30 May 2024

Public service cuts: Full scale to be revealed in Budget 2024

9:09 am on 30 May 2024
Finance Minister Nicola Willis delivers the Budget Policy Statement.

Finance Minister Nicola Willis has not ruled out further job losses beyond the government's "baseline savings exercise". Photo: RNZ / Samuel Rillstone

The full scale of public sector job cuts is set to be revealed when Finance Minister Nicola Willis lifts the lid on the government's budget.

Willis directed ministries and agencies to slash expenditure by either 6.5 percent or 7.5 percent to help reduce annual public service spending by $1.5 billion.

Many got to work quickly - already more than 5000 public sector jobs have gone or are proposed to be cut.

But there is still some way to go, with Willis on Monday unwilling to rule out further job losses beyond the government's "baseline savings exercise".

Of the 37 ministries and departments directed to make savings, 23 have made their plans public - including four which confirmed they were not yet looking at reducing headcount. Numerous other government organisations have also been cutting back, despite not receiving explicit direction from the minister.

That left 14 organisations, some with thousands of staff, still to reveal how they'll find the money - with many saying that information was "budget sensitive". Soon after Thursday, their plans should become clear.

They may not involve job losses, as savings can be made elsewhere. But so far, most have had to slash jobs to meet their targets.

Departments yet to announce savings plans

  • New Zealand Defence Force (employs 15,400 staff) - the NZDF was "working to identify credible savings options for consideration" as part of the budget process, it said.
  • New Zealand Police (employs 15,000 staff) - police had submitted proposals for how it could save money, but no decisions had been made as they depended on the budget, it said.
  • Department of Corrections (employs 9793 staff) - the department had so far removed 107 back-office roles - all of which were vacant. However, it was yet to detail whether it was considering redundancies, or removing more vacant jobs, as part of its cost savings exercise.
  • Ministry of Foreign Affairs and Trade (employs 1184 staff) - The ministry has cut its savings by less than 1 percent but said "there's no impact on staffing at this stage".
  • Ministry of Justice (employs 4758 staff) - at the beginning of May it was "in the early stages of a change process", and intended to consult staff on proposals in June, it said.
  • Statistics New Zealand (employs 1491 staff) - 29 people lost their jobs in December, but a review process that began in February could result in "further changes", it said.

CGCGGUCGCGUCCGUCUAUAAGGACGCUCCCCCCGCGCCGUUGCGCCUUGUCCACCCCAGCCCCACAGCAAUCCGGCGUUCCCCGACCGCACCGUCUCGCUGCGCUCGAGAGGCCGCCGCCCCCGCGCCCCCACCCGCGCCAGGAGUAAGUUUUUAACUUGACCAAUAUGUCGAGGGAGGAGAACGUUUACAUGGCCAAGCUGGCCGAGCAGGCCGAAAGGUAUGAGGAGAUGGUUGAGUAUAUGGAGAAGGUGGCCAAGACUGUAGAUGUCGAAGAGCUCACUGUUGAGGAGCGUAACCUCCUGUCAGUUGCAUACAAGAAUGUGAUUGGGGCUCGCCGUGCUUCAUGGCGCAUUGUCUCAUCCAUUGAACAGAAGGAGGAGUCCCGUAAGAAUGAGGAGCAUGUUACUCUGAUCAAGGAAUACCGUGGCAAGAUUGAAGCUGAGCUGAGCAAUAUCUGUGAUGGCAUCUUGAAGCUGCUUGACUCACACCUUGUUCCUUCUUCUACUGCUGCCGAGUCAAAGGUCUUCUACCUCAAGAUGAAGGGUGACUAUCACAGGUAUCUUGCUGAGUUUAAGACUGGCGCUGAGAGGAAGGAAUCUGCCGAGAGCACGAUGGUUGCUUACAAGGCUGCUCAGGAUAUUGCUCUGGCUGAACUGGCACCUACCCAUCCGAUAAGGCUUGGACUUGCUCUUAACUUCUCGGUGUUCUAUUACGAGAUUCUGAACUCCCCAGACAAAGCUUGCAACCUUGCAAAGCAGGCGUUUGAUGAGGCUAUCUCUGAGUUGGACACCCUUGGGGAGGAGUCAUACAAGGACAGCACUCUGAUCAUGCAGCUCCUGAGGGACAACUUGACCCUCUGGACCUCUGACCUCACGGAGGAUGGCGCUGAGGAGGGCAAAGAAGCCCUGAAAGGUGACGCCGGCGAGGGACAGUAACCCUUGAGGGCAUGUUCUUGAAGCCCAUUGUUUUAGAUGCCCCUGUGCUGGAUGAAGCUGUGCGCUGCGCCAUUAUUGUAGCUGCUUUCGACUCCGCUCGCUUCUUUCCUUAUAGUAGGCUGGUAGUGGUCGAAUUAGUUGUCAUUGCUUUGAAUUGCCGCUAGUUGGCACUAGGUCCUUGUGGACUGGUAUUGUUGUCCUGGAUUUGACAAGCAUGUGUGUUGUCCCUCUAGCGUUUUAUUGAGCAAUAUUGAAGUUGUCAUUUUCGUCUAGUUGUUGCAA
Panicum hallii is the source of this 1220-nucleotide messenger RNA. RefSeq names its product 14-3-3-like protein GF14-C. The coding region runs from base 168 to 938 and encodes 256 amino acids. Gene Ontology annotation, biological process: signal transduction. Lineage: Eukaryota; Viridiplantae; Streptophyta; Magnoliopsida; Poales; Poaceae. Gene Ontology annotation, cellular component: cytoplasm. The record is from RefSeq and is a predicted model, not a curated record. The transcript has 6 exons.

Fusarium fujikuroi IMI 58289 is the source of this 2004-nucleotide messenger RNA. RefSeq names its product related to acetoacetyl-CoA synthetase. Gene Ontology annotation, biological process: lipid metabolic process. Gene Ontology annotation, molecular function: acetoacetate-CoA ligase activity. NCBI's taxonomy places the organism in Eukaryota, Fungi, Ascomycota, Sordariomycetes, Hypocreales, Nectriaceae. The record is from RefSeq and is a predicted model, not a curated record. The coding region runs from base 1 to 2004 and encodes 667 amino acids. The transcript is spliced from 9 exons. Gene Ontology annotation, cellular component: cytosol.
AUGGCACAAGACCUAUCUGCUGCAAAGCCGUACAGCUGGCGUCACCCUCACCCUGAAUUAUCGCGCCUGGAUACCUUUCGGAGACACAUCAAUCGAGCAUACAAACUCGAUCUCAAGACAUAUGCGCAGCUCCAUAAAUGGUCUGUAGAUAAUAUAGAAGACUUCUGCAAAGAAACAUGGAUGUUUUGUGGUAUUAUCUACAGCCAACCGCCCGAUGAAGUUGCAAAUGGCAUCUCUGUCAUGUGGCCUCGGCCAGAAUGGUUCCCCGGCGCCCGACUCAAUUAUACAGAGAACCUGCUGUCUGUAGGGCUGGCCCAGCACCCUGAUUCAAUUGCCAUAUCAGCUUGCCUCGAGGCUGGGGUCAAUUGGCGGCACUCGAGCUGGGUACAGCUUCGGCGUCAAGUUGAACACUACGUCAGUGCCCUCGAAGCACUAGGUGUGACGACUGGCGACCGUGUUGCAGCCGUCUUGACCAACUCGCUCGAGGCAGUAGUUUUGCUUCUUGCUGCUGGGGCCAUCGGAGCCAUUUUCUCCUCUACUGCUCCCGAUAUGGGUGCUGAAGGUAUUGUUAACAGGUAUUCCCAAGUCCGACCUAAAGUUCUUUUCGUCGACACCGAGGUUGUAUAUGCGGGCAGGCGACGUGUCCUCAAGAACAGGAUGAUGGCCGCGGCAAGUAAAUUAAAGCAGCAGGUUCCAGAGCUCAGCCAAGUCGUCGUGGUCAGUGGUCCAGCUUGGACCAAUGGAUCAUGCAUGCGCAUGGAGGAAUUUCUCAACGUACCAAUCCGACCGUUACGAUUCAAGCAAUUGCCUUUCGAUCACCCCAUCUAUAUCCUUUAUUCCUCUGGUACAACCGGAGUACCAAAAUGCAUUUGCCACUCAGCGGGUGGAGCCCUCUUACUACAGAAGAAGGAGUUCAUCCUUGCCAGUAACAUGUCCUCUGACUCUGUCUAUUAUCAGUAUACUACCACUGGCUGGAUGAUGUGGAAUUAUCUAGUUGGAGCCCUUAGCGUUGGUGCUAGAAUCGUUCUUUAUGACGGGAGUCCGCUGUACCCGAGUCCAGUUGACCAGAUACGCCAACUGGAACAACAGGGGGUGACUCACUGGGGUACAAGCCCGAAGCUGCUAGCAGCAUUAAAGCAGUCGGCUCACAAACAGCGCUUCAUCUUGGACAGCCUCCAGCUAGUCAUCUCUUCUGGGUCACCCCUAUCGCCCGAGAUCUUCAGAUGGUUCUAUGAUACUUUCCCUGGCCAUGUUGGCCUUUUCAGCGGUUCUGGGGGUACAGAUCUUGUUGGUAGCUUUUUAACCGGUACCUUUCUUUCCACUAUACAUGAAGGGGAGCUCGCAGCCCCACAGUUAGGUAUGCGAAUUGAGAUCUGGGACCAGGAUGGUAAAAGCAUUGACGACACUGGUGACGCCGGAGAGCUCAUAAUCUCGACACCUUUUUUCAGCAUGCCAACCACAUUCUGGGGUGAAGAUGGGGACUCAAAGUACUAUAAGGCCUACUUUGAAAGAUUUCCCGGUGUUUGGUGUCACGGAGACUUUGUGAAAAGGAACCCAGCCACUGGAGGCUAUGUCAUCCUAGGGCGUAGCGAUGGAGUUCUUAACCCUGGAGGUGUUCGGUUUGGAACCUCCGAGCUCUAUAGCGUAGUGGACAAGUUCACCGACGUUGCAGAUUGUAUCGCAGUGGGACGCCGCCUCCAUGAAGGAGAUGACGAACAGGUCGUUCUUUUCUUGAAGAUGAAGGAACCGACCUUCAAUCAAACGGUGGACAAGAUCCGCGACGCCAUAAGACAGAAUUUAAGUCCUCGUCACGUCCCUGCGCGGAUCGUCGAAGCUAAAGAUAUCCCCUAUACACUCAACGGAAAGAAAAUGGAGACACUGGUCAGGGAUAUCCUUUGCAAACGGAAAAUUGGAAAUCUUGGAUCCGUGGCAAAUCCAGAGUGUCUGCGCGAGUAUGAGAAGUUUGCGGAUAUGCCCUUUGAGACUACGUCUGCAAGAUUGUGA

• Ministry for the Environment (employs 1068 staff) - while 44 people have accepted voluntary redundancies, the ministry would offer redundancy to more people after the budget, it said. There could be hundreds of redundancies at the end of that process, according to the Public Service Association.
  • Department of the Prime Minister and Cabinet (employs 256 staff) - DPMC told RNZ any decisions would be made as part of the budget process.
  • Ministry of Defence (employs 195 staff) - as of last month, the Ministry had not undertaken any change processes, and vacancies were being considered on a case-by-case basis, it said. "The majority of our work programme relates to multi-year, large scale military procurement and as projects are completed and new ones approved, our workforce can change as a result."
  • Te Arawhiti - Office for Māori Crown Relations (employs 187 staff) - RNZ has requested information on the office's plans to find savings.
  • Serious Fraud Office (employs 72 staff) - any decisions depended on budget decisions, the office said. But earlier in May it confirmed it was not currently consulting on any proposals which would result in loss of jobs.
  • Ministry for Women (employs 42 staff) - the ministry was working with staff to "identify areas where we can make additional savings" - and decisions would be finalised in the budget, it said.
  • Office of the Clerk of the House of Representatives (employs 100 staff) and Parliamentary Service (employs about 700 staff) - a spokesperson could not comment on its plans, because the "budget process is ongoing and confidential".
  • Executive Board for the Elimination of Family Violence and Sexual Violence - RNZ has requested information on the board's plans to find savings.

Departments not planning on cutting jobs

  • Inland Revenue Department (employs 4386 staff) - IRD is finding ways to be more efficient, but at this stage "is not looking to reduce staffing levels beyond business as usual changes", it told RNZ last month.
  • Parliamentary Counsel Office (employs 110 staff) - the office has been reviewing how it will meet its savings targets, but would not release details as it was budget sensitive. But it was not currently proposing to disestablish any roles, it said.
  • Whaikaha Ministry for Disabled People (employs 211 staff) - there were "no plans for redundancies" or a reduction in headcount, a spokesperson said in April. However the ministry had been accused of not following through on promised contracts, and not renewing fixed term contracts.

*Staff numbers are based on Public Service Commission data as at December 2023, and organisations' own websites.

  • How many public sector roles are going, and from where?
  • Ahead of Budget, Nicola Willis refuses to rule out further public sector cuts